Kami Buchholz
  • Magazine Article
  • 19AUTP10_12
Published 2019-10-01 by SAE International in United States

The auto industry's steady march toward electrified and automated vehicles has many suppliers affixed to the digital-testing environment rather than using traditional hardware validation.

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Connected & Autonomous Vehicles – Foundations and Business Models

  • Professional Development
  • C1951
Published 2019-09-11

The global forecasts of Connected and Autonomous Vehicles (CAV) uptake predicts a sustained market growth. Depending on the scenarios to take place the expansion in market share could be exponential.  Considering rapid technology development and moderate global L3-L5 CAV uptake, estimates a share of 25% of total annual global vehicle sales in 2035.

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Safety-Relevant Guidance for On-Road Testing of SAE Level 3, 4, and 5 Prototype Automated Driving System (ADS)-Operated Vehicles

On-Road Automated Driving (ORAD) committee
  • Ground Vehicle Standard
  • J3018_201909
  • Current
Published 2019-09-04 by SAE International in United States

This document provides safety-relevant guidance for on-road testing of vehicles being operated by prototype conditional, high, and full (Levels 3 to 5) ADS, as defined by SAE J3016. It does not include guidance for evaluating the performance of post-production ADS-equipped vehicles. Moreover, this guidance only addresses testing of ADS-operated vehicles as overseen by in-vehicle fallback test drivers (IFTD).

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About Face!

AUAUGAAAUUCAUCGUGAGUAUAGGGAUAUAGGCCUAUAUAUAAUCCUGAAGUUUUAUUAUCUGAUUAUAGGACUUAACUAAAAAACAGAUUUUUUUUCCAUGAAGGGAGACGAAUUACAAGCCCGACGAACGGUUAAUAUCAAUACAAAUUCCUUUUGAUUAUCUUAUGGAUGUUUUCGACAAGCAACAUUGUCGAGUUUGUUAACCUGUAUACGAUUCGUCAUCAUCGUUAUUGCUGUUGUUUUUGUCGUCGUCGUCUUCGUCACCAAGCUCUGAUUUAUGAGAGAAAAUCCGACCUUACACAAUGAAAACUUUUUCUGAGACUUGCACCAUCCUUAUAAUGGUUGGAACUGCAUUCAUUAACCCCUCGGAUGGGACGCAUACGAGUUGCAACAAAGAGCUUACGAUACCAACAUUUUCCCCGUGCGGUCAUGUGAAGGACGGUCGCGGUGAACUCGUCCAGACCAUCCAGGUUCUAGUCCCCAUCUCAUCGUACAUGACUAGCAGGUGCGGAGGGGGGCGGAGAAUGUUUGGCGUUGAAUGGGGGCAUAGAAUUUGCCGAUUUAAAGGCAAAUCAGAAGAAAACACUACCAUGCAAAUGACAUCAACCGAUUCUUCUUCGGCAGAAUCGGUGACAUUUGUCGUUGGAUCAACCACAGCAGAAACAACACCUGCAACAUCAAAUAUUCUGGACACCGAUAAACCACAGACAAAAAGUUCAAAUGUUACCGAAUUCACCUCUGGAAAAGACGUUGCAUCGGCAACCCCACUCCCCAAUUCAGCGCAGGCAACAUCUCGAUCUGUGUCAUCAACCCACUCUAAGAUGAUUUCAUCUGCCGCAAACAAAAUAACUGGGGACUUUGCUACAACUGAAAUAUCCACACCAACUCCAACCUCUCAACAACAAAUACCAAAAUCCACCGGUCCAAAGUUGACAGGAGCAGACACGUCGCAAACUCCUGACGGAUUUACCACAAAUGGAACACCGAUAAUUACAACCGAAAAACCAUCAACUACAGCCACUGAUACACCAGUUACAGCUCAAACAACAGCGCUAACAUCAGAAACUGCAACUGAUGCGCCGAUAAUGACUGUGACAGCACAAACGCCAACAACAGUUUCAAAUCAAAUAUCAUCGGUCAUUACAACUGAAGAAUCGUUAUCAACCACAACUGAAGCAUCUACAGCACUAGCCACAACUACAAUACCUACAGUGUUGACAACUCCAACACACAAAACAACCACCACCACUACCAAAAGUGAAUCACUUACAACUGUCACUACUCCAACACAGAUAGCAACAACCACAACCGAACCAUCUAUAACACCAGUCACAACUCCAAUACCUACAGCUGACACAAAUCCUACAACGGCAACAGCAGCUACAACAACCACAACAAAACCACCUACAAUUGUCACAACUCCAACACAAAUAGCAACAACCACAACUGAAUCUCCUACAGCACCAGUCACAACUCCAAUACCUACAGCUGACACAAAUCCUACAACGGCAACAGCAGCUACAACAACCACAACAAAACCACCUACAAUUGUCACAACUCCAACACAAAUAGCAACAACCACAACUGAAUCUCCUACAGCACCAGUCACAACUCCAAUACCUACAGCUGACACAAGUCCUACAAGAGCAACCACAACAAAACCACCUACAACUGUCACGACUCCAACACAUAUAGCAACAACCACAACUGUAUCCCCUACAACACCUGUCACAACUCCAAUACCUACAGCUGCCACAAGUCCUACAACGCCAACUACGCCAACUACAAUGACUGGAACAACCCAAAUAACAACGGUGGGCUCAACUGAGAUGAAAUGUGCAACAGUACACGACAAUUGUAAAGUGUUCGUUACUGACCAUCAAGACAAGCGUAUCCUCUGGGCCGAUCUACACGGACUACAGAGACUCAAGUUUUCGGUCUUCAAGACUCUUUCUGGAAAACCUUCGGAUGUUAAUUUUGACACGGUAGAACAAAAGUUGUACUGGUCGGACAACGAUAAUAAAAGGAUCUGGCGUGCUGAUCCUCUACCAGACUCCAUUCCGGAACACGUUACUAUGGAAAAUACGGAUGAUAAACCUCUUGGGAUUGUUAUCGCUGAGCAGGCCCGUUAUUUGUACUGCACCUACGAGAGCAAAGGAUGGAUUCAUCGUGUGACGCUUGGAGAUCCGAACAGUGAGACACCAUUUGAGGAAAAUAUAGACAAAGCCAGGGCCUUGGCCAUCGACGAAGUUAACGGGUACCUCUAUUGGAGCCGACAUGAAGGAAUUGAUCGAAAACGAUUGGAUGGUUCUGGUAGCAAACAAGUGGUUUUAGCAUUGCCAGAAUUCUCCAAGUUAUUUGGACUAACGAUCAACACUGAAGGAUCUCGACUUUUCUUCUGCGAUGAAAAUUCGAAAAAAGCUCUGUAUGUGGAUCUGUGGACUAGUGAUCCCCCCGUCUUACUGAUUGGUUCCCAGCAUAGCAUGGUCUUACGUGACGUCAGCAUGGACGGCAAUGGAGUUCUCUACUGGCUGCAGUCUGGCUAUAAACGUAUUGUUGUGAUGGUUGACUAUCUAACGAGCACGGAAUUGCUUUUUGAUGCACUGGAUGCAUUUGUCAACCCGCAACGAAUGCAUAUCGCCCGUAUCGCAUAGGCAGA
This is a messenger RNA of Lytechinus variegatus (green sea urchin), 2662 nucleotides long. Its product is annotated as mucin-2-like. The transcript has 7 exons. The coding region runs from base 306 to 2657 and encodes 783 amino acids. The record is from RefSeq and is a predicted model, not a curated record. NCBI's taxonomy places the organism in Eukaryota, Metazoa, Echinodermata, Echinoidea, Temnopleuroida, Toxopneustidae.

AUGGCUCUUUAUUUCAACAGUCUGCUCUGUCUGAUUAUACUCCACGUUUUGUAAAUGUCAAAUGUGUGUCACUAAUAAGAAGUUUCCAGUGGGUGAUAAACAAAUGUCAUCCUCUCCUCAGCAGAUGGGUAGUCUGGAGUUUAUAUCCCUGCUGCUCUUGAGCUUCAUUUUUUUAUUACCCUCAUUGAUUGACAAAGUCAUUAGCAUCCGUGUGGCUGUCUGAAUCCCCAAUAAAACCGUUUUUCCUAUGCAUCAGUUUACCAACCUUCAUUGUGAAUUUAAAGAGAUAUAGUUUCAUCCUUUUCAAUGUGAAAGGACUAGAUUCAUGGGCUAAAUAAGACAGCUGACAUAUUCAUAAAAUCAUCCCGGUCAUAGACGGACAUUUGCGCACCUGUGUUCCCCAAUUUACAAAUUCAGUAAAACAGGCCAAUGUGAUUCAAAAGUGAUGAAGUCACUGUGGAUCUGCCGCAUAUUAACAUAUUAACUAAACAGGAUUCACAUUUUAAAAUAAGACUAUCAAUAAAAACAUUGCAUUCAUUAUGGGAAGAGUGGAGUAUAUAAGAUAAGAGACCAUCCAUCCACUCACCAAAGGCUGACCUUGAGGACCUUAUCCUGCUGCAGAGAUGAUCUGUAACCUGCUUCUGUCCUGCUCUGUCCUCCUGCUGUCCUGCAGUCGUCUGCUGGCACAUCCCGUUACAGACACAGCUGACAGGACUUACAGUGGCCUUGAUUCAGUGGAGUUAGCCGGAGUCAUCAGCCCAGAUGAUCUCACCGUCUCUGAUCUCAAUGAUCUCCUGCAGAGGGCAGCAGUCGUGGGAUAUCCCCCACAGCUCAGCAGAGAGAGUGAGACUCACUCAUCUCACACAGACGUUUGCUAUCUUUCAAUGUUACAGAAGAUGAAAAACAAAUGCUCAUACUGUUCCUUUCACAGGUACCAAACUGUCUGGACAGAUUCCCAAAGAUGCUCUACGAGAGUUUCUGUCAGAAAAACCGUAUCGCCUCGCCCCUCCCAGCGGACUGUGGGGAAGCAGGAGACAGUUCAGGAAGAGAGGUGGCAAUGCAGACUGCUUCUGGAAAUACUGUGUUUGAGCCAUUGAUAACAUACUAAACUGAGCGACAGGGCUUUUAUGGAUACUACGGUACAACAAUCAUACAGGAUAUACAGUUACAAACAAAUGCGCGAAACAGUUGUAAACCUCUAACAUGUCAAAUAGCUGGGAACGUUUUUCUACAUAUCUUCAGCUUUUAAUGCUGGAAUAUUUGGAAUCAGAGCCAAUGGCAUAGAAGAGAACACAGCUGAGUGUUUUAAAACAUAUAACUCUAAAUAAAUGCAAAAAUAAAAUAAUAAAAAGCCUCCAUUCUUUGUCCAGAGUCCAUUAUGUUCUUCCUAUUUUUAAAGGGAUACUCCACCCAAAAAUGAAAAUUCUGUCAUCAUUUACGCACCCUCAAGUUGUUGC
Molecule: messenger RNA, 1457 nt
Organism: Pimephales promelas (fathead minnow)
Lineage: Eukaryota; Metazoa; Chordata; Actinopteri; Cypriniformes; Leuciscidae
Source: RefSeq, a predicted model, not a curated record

Autonomous Vehicle Engineering: September 2019

Jennifer Dukarski
  • Magazine Article
  • 19AVEP09_05
Published 2019-09-01 by SAE International in United States

To win acceptance, deployment of facial-recognition technology needs to fit within a picture-perfect consumer and legal framework that balances benefits with privacy protection.

Whether it's using your face to confirm payment over your smartphone, monitoring your child at day-camp, or being confirmed as a ticketholder going to a concert, the possibilities for facial recognition technology are virtually endless-and the technology already has become ubiquitous.

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‘Smart’ in Ohio's Heartland

Autonomous Vehicle Engineering: September 2019

Bill Visnic
  • Magazine Article
  • 19AVEP09_09
Published 2019-09-01 by SAE International in United States

With a 45-year history in vehicle testing, Ohio's Transportation Research Center launches a $45-million investment in the automated-vehicle future, becoming North America's largest dedicated AV test facility.

As notions advance regarding the evolving needs and requirements of automated-vehicle (AV) testing, there's a concurrent focus on the capabilities available from the world's comparatively meager number of suitable test facilities. Physical testing of AVs-and vehicles with advanced driver-assistance systems (ADAS)-in controlled environments is crucial, but demand for independent testing capacity continues to swell.